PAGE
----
The enhancement of the quality of education does not come only from trying endlessly to recruit qualified staff. There are however a few alternatives that would bring some positive change. First, quality education will only happen in the Balkan once different modes of education have been established and are fully functional. Western European countries ripe the benefits of a framework of education that establishes clear links between people who want to learn a skill (e.g. hair dresser), the ones who aspire a degree in applied sciences (e.g. nurses, automation engineers) and finally the ones who pursue academic careers (e.g. teachers, doctors). These distinctions are either nonexistent in the Balkan or barely function. Regardless of the fact that the number of colleges and universities in the Balkan is increasing rapidly it needs to be understood that not all individuals wish to obtain academic degrees. By distinguishing the various levels of education the state will not only offer choices to the people but it will ensure that only a certain number of students attend academic programs.

 A reduction in the number of students will immediately increase the quality of the output. Universities in the Balkans are overwhelmed by the number of students they offer enrollment to. The Universities have a small number of professors, scarce resources and limited space for students. An enormous number of students only makes the situation worse and shatters the quality of education. Taking into account these facts it is no wonder that the Universities in the Balkans are ranked low. Once this is achieved the second step will be to improve the situation of the teaching staff. The number of tutors and assistant graduate students should increase rapidly.

Fortunately, this will not be unmanageable in terms of financial resources as it will cost little compared to its long list of benefits. Universities in the Balkans are characterized by a large number of professors who should retire. In each country there are large numbers of students who have been educated abroad thanks to many scholarship opportunities offered by the EU. It would be wise to employ these graduates and further push to renew all departments in terms of the age of teaching staff. These young graduates who have gained education abroad are more likely to apply for research grants and other types of collaboration with Western Europe Universities. This in itself would trigger a cycle of improving the quality in home institutions.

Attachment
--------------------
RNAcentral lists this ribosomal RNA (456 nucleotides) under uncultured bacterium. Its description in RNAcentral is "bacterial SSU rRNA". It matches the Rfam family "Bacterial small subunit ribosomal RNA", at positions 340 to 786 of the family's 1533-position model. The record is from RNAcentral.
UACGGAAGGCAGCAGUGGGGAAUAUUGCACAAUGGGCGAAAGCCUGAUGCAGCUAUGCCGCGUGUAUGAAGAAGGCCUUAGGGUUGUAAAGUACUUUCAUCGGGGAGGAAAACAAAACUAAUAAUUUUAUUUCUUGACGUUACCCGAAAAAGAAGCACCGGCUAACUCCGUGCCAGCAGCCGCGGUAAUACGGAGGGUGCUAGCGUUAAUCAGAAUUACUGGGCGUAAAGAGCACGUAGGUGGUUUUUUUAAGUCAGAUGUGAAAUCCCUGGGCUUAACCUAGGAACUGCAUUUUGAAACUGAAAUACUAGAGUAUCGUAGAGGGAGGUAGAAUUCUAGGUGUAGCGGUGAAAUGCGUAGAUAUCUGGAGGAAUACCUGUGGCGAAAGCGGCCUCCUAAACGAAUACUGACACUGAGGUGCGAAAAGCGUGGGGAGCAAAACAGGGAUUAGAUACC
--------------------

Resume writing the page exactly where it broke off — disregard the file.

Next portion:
The final step that needs to be taken in order to improve the state of institutions is to change the practice of appointing university presidents in the Balkans. It is a tendency in many countries in the Balkans to choose among professors when appointing university presidents. Instead universities should be considered as institutions that need to do a lot of business when it comes to fundraising or grant winning, therefore appointing individuals who already have proven their ability to successfully manage institutions should become the norm.

In the Balkans education is the reference point when it comes to the integration and development of the Balkans. It will be through the improvement of education that we will see societies that become more likely to work together and grow together. It is only through proper education that the Balkan nations will be able to communicate with each other. Once this challenge is overcome they can than talk about how to collaborate together in economic ventures and joint development policies.

About the author

Arif Shala is a a doctoral student at the Ludwig Maximilians University in Munich, Germany and executive director at the Institute for Economic Development Studies in Prishtine, Kosovo.